Bionicle: Mask of Light

Bionicle: Mask of Light was released in 2003, the height of Bionicle as a franchise for young boys and about a year prior to Xbox Live popularizing easy-to-access internet console gaming, kicking into gear video games’ replacement of toys as pre-teen boys’ primary form of entertainment.

It was a victory lap for LEGO’s crown jewel: Despite gaining the Star Wars license in 1999, LEGO was close to financial insolvency before Bionicle — an in-house, mythology-centered line of buildable action figures — hit big in 2001. A feature-length CGI action-adventure movie was a major flex of muscle.

I fucking loved Bionicle for the entire 10-year original run, between 2001 and 2010. The story’s massive fantasy-adventure world reflected the post-Lord of the Rings 2000s with epic quests and secret items. It mixed in aspects of Power Rangers, Transformers and American comics. Each year presented roughly 30 new building kits, six of which were $10 heroes, six $10 villains and a whole bunch of larger and smaller sets. Each played a role in a storyline that unfolded through chapter books, comics (one artist living in Central Indiana, coincidentally) and in Mask of Light and its three sequel films.

American culture is littered with toyvline mythologies. Endless numbers of plastic characters from Mattel, Hasbro, LEGO … the ’80s in particular had a boom of franchises with corresponding animated shows (Transformers, He-Man, G.I. Joe). The story was used to sell newer models to kids who wanted to keep acting out their imaginative adventures. Hell, Bumblebee is the sixth and newest entry in a revived Transformers franchise. Bionicle was the last of the great toy-based story franchises.

And it’s a death mythos. There hasn’t been a new story told in this universe since 2011, when the text-based serials went dead on Lego.com. For a while the writer of the series, Greg Farshtey, was planning on keeping new stories with the characters going indefinitely. And then it ended, abruptly. Farshtey continued engaging with fans as late as 2017 on official forums, answering questions and helping create new pieces of canon. But the story? It’s dead.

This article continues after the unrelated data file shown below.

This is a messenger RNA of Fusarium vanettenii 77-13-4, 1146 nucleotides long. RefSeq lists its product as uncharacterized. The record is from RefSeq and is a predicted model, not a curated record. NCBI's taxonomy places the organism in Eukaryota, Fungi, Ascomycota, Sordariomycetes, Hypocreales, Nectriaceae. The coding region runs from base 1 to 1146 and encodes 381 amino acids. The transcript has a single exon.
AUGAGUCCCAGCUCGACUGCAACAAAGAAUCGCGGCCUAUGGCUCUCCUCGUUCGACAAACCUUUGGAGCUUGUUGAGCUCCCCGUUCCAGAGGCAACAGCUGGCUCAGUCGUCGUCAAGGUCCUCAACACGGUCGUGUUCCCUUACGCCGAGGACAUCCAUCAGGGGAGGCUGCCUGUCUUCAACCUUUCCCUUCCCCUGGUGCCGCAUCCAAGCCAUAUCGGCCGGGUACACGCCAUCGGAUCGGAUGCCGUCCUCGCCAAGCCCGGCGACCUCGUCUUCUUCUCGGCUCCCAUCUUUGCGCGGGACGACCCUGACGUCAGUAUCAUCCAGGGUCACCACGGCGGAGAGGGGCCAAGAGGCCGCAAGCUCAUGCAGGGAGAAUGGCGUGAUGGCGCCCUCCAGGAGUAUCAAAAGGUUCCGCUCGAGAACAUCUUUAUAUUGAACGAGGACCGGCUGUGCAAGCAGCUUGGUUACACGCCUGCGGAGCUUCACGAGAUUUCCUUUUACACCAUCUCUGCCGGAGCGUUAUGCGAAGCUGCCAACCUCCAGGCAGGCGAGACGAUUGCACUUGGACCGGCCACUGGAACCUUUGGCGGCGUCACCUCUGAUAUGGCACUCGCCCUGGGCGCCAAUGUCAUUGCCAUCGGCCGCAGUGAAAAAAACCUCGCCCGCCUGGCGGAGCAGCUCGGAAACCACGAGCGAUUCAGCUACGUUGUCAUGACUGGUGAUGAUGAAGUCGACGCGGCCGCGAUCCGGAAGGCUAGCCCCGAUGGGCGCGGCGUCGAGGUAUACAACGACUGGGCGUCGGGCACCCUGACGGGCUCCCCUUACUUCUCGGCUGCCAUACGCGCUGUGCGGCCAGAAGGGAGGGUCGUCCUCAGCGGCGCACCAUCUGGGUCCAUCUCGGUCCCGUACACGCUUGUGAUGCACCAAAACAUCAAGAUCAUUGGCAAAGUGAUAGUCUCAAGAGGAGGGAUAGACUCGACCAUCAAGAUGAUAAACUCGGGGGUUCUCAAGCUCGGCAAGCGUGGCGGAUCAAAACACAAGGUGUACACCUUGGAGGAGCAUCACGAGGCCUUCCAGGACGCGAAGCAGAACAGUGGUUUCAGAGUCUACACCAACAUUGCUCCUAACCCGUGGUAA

Watching Mask of Light now, when none of these toys are available on the market and the purpose for the movie is completely dead, definitely removes some of the context. But it’s still pretty enjoyable. The basic tenets of the story are not hard to understand: It’s a paradise island full of little robot people called Matoran, who are protected by six larger guardians named Toa. They worship a god named Mata Nui, who was put into a coma by his dark brother Makuta. Makuta is literally made of shadow. Toa wear mystical masks that bestow upon them great gifts. This story starts when the titular “Mask of Light” is found by a Matoran named Takua. He sets off on a quest to find the mythical seventh Toa, who can control light. Spoiler: The power was inside him all along!

Shit, I know more about Bionicle than I do the Bible.

At just over 60 minutes, Mask of Light moves at a quick pace. The animation blows, but this is direct-to-DVD CGI stuff from the early 2000s. We get to meet all six Toa (Kopaka, Lewa, Tahu, Pohatu, Onua, Gali). They have a parallel journey to Takua. There are real, shocking consequences with implied death (they’re just robots with souls). An entire city falls (shadows of Helm’s Deep for sure). The story is more or less trying to emphasize the three values of Matoran culture, which are “Unity, Duty, Destiny,” aka “Don’t be a selfish dick, kid.” So as far as kid-focused toy entertainment goes, it’s pretty fun as an action movie. No, really.

But maybe it’s the nostalgia talking.

It does make me sad that Bionicle ended in 2010 (a short-lived reboot in 2015 brought changes to the mythology — simplifications that felt more YouTube than LOTR). I have two crates of various sets and their parts that I sometimes take out of the garage to build and put back together and bask in the nostalgia. It’s the same fondness for superhero shit that keeps a wall of my house covered in comic books; it’s the same pining for serial storytelling that leaves me watching so many movies.


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Administrator of Midwest Film Journal. Previously a staff writer for TheFilmYap.com, Evan has been writing film criticism in the Indianapolis area for over half a decade. He is a member of the Indiana Film Journalists Association. He also reviews Oreos.


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